Legislature

Indivisible Iowa pledges resistance to Republicans' legislative agenda

GOP 'still has horrific bills on the table,' one leader says

Sarah Prineas (right) of Solon, pledges during a ceremony Monday in the Capitol with other members of Indivisible Iowa to stay informed on legislative issues, hold elected officials accountable, work to ensure clean water and clean air, protect the rights of women, children, families, farmers, students, Dreamers, rural residents, educators, workers and neighbors. (Jim Slosiarek/The Gazette)
Sarah Prineas (right) of Solon, pledges during a ceremony Monday in the Capitol with other members of Indivisible Iowa to stay informed on legislative issues, hold elected officials accountable, work to ensure clean water and clean air, protect the rights of women, children, families, farmers, students, Dreamers, rural residents, educators, workers and neighbors. (Jim Slosiarek/The Gazette)
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DES MOINES — Shortly before the 2018 legislative session was gaveled into session Monday and new members of the House and Senate took their oaths of office, another group took an oath to hold them accountable.

“We want them to know we are paying attention and will continue to pay attention throughout the whole session,” said Jodi Clemens of West Branch, who was among a handful of Indivisible Iowa members who swore an “oath of resistance” in the Statehouse rotunda.

Together they pledged to face the challenges of the session “with courage, kindness, compassion and determination.”

Clemens, a Cedar County Democrat challenging state Rep. Bobby Kaufmann, R-Wilton, said that despite controversial victories in 2017 — the first session that Republicans had control of both legislative chambers and the governor’s office in two decades — the GOP “still has horrific bills on the table.”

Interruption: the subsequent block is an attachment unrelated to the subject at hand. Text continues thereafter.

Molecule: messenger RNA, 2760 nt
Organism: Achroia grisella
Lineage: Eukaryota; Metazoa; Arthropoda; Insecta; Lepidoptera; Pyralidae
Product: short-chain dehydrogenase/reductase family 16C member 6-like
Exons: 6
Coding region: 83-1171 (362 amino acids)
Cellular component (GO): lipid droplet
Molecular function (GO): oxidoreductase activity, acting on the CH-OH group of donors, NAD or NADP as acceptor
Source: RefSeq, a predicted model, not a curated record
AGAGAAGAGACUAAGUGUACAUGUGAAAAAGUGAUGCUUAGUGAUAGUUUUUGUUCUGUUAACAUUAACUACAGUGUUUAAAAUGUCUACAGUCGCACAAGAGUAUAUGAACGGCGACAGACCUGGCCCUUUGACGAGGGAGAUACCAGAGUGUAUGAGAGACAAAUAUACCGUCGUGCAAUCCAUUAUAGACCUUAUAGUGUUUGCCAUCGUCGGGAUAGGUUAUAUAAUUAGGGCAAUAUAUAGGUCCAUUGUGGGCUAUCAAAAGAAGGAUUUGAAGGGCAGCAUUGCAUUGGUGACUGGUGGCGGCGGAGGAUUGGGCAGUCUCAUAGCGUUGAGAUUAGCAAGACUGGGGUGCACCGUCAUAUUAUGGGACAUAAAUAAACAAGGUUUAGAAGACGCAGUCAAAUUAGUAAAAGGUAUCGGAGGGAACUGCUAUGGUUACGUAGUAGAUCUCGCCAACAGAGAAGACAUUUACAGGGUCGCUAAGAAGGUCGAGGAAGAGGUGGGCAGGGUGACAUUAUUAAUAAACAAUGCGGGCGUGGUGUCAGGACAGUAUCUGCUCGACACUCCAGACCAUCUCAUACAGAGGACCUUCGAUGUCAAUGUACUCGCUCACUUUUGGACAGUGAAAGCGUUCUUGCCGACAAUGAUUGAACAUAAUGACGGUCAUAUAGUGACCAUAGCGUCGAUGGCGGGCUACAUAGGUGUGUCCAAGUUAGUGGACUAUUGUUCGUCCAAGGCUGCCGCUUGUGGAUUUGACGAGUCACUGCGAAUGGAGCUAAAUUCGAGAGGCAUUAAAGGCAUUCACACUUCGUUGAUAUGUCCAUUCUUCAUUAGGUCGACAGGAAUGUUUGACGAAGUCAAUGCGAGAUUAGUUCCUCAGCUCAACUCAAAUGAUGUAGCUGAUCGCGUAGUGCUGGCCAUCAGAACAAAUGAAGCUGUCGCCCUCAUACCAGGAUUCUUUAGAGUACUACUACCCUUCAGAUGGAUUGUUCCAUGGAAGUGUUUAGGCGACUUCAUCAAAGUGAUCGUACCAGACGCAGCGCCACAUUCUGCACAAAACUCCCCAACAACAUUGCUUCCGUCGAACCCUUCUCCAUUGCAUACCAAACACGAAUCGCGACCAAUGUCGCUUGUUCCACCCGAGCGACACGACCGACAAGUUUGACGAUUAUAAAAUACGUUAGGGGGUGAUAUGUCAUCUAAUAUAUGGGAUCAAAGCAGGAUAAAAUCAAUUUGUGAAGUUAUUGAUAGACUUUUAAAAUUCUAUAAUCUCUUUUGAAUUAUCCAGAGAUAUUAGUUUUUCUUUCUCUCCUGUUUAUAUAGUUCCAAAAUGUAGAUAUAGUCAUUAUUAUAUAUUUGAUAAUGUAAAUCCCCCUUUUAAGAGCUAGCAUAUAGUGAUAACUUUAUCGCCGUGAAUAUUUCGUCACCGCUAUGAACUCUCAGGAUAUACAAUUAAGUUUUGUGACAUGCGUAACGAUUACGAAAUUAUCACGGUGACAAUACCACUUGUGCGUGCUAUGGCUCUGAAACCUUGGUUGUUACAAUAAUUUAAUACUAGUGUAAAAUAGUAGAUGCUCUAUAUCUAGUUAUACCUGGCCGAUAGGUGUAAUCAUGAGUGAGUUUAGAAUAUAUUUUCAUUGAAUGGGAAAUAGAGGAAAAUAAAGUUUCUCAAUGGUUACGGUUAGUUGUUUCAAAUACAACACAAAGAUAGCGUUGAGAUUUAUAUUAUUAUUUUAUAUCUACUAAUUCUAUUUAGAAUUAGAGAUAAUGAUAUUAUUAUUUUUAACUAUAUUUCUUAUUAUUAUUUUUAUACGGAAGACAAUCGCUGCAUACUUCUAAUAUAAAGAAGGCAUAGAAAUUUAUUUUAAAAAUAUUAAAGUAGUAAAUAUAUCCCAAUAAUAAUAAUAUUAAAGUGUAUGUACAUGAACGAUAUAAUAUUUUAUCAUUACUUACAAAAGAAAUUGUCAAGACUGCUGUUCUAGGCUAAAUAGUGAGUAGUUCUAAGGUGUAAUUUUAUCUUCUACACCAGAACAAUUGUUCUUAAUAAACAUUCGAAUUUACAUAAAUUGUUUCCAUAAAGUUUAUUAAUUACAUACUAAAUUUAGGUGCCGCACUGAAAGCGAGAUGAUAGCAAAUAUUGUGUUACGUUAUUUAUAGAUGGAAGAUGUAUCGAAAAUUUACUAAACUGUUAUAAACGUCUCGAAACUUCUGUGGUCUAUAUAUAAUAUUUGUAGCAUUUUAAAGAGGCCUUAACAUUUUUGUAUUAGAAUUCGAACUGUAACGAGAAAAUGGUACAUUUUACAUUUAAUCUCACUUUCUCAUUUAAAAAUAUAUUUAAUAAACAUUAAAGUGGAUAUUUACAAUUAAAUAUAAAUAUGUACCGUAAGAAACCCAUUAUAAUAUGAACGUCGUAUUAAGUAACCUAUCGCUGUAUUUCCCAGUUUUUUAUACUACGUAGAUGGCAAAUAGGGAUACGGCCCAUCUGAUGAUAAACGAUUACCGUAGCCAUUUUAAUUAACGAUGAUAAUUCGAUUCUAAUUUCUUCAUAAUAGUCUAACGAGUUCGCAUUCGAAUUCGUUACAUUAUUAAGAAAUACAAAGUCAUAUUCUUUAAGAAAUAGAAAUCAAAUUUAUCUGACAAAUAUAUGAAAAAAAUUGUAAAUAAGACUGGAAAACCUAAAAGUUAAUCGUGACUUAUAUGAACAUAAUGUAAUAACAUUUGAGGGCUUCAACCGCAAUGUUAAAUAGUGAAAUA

The oath of resistance wasn’t just for candidates but for “anyone who believes in ‘government of the people, by the people, for the people,’” said Marie Herring of Davis City.

The session scheduled for 100 days is “round 2 of the war on workers’ rights, war on education, the war on women’s rights,” added Temple Hiatt of Iowa City.

Laura Wright of Decorah insisted the Indivisible Iowa members weren’t “just showing up as the far left … (but) because we saw what they did last year.”

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The impact of Republican changes fell most on rural Iowa, where communities rely more heavily on government services, Wright said. Rural families that can’t afford to send their children to live in dormitories at regent universities rely on state support for community colleges.

Education savings accounts, or vouchers, threaten the small public schools in northeast Iowa, she added.

If there’s any good news in what Republicans did last year, Hiatt said, it’s that they have depleted the budget to the point that they won’t be able to pay for some of the things they want to do this year.

Several Indivisible Iowa members said they were making their first visit to the Capitol, but promised it wouldn’t be their last.

In their oath, the Indivisible Iowa members pledged to uphold the rights of women, children, families, farmers, students, Dreamers, rural residents, educators and workers. They promised “to ensure our elected officials remain dedicated to these same priorities and, if they do not, I pledge to vote them out in future elections.”

l Comments: (319) 398-8375; james.lynch@thegazette.com

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